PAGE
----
With all that in mind, the goal here is that Racket owns the high level UI via racket/gui, and Racket performs high level functions like handling user input, loading resources, creating procedural content, running your game sim, and so on. Some of these functions are colder than others, but the renderer is The hot path, and we want that implemented in a backend, and running largely in its own thread.
The first thing you need to do before you can do any rendering is create your OpenGL context. This is really easy in racket/gui:
And that is pretty much it. There are a few configuration options available on the gl-config% object, most of which pertain to the formatting of your back buffer.
Some options aren't exposed, and you will have to live with them or get creative. For example, if you have vsync on, as I do above, the sync interval is always set to 1. This means that vsync expects your frame cadence to be 60 fps. In this case, this is usually what you want anyway, so whatever.
If you need to get down to brass tacks with how the context creation is implemented, you can find the Windows implementation here, the X11 implementation here, and (I'm not totally sure) the OSX implementation here.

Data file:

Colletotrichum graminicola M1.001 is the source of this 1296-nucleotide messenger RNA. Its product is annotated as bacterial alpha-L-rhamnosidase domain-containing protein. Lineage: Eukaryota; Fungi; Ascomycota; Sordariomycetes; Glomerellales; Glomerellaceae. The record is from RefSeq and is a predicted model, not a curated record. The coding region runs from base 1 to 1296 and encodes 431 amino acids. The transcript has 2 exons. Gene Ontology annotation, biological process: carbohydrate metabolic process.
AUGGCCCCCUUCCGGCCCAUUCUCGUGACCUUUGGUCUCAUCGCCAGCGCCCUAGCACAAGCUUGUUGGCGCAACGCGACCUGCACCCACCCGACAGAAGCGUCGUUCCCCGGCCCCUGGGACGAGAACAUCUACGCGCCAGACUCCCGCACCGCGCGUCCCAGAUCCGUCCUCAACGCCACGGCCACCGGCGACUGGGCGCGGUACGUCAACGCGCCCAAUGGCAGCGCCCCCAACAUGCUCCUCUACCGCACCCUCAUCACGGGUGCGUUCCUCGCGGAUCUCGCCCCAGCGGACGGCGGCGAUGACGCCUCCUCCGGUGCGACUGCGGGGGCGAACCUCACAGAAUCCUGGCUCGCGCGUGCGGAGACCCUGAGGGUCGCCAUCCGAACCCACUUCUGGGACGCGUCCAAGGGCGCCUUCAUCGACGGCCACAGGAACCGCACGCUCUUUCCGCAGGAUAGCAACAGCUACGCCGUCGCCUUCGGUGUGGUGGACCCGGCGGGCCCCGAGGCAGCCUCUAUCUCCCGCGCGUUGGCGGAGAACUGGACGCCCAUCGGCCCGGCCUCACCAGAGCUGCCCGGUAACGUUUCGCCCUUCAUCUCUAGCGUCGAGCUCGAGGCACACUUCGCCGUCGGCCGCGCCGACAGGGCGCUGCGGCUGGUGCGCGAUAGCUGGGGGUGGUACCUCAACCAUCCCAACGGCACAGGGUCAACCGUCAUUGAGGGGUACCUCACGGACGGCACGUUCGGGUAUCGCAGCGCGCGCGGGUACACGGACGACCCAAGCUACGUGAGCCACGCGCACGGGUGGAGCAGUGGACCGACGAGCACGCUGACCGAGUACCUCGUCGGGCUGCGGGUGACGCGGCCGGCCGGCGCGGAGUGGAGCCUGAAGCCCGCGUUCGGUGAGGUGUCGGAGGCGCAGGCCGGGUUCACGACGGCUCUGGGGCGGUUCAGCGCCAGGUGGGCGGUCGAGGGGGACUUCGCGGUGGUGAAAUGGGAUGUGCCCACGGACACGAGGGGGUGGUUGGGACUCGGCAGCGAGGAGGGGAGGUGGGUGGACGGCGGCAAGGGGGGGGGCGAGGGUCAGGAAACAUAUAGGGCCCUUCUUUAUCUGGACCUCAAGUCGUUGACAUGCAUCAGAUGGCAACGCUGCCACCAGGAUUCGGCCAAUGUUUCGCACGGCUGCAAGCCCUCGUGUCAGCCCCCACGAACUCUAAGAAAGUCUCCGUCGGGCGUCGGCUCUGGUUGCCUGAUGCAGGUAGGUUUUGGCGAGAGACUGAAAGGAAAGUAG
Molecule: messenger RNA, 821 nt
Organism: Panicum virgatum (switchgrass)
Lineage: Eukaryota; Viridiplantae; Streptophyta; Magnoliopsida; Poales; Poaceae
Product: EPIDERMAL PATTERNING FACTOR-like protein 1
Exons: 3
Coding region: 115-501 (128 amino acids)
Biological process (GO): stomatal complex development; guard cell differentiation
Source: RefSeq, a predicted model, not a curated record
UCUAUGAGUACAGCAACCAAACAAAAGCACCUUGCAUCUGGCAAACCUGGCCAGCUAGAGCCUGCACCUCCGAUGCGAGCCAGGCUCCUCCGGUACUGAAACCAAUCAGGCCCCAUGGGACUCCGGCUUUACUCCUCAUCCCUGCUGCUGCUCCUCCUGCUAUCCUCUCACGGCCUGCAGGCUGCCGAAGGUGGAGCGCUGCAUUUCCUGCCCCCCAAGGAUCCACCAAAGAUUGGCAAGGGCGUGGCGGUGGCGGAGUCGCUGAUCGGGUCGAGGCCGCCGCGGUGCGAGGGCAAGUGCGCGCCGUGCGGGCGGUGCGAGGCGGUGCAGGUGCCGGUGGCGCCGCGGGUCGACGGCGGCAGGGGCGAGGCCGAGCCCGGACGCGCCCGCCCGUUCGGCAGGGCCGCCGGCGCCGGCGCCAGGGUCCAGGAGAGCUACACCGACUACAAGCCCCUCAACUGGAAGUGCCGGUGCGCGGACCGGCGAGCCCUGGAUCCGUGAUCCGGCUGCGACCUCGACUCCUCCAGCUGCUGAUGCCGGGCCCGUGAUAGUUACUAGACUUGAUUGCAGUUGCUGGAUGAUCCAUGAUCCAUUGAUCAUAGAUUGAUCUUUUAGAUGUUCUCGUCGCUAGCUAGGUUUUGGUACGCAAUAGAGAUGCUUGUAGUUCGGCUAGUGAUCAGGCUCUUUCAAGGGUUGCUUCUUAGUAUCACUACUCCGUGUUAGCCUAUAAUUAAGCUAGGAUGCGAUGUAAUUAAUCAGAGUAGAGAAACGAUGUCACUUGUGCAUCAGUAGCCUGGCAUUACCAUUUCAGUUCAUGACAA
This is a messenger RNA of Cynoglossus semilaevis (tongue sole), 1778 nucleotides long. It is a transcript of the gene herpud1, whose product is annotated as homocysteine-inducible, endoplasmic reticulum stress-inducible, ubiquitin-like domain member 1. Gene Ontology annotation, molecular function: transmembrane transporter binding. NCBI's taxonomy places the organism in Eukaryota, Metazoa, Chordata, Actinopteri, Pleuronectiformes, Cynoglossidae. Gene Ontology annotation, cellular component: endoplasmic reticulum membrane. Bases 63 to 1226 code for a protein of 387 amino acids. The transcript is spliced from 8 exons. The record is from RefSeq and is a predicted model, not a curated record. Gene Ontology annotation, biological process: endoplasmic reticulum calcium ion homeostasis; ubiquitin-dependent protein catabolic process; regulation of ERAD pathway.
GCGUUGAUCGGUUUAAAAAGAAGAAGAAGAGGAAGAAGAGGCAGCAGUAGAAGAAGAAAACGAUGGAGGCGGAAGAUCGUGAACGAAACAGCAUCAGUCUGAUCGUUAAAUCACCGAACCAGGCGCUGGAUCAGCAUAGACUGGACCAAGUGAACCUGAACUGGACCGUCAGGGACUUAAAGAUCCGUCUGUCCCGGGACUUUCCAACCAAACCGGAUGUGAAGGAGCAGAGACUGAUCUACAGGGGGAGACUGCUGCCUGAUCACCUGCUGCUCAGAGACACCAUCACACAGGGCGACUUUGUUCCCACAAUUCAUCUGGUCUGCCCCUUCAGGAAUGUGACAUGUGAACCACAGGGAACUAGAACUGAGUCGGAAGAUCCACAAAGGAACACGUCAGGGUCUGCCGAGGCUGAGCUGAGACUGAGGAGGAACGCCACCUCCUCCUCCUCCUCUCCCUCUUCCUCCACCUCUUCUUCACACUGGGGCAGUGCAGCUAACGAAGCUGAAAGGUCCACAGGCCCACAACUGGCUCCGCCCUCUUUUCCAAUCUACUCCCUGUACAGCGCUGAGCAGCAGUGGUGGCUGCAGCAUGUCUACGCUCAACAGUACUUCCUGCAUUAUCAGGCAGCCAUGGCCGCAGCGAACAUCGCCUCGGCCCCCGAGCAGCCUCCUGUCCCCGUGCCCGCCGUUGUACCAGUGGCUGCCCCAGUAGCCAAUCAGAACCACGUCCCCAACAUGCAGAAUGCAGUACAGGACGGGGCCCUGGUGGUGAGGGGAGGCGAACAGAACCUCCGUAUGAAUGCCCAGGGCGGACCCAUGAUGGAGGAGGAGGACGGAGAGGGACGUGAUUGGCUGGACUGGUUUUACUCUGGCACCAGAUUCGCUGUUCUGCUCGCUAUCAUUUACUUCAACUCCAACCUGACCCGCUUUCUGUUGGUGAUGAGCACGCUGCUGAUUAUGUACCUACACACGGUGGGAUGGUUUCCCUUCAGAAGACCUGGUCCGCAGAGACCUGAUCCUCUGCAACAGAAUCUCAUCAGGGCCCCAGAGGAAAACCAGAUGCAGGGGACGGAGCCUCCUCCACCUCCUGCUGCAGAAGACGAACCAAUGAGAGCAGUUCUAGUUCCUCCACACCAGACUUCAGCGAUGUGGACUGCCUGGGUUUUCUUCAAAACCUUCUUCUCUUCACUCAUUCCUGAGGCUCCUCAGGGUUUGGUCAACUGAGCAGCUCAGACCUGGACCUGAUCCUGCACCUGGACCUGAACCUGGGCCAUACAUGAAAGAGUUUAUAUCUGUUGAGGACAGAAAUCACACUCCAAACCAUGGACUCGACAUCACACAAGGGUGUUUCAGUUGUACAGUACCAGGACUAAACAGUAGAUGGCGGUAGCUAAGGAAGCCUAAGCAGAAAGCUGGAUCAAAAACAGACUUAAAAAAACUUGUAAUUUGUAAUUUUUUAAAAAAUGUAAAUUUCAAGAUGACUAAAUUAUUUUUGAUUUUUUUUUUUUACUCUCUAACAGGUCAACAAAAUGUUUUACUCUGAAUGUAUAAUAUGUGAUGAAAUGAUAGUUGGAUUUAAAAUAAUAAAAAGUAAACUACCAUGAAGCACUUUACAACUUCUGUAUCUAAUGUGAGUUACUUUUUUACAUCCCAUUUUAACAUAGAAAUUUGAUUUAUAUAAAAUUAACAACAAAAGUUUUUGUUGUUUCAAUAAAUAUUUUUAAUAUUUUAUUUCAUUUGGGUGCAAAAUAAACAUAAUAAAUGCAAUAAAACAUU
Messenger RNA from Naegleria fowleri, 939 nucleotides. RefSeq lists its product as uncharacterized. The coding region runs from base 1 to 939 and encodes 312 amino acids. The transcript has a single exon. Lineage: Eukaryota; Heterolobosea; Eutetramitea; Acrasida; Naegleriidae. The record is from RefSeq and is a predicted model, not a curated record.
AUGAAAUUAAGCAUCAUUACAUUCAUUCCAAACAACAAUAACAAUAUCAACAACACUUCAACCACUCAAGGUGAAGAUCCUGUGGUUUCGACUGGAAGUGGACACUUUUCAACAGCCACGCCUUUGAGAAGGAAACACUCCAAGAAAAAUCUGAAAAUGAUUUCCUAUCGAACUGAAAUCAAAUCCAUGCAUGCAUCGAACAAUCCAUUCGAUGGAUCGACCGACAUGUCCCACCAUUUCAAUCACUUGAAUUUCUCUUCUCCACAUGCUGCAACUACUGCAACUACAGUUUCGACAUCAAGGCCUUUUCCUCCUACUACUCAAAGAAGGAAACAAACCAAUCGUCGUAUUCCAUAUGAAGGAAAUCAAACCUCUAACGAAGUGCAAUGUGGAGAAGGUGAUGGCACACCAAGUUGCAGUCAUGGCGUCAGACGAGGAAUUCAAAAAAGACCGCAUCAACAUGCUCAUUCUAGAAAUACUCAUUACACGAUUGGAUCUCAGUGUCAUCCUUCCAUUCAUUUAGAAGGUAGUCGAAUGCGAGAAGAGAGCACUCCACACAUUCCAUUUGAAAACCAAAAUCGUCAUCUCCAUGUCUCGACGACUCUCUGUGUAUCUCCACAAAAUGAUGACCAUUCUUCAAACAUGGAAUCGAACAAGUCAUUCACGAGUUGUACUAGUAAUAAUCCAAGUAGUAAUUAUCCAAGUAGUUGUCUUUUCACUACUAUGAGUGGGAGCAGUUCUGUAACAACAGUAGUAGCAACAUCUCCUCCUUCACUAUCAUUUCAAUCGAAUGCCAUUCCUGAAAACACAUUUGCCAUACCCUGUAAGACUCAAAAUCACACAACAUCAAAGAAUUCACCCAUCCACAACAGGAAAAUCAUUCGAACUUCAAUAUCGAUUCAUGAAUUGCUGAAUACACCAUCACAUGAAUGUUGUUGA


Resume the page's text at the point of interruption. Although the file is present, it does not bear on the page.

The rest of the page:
The different platform implementations are inconsistent! The GLX (X11) variant will attempt to set up a OpenGL 4.5 context, and if that fails, it'll count backwards to 1.5 until it finds a version your machine accepts. This may be very surprising if you absolutely require features that are only available in, say, 4.6 core. Similarly, the wGL (Windows) variant never sets up a core context, and will you always get a legacy (1.5) context, which will confuse GPU debugging tools. Both of these problems can be worked around, which will be discussed later.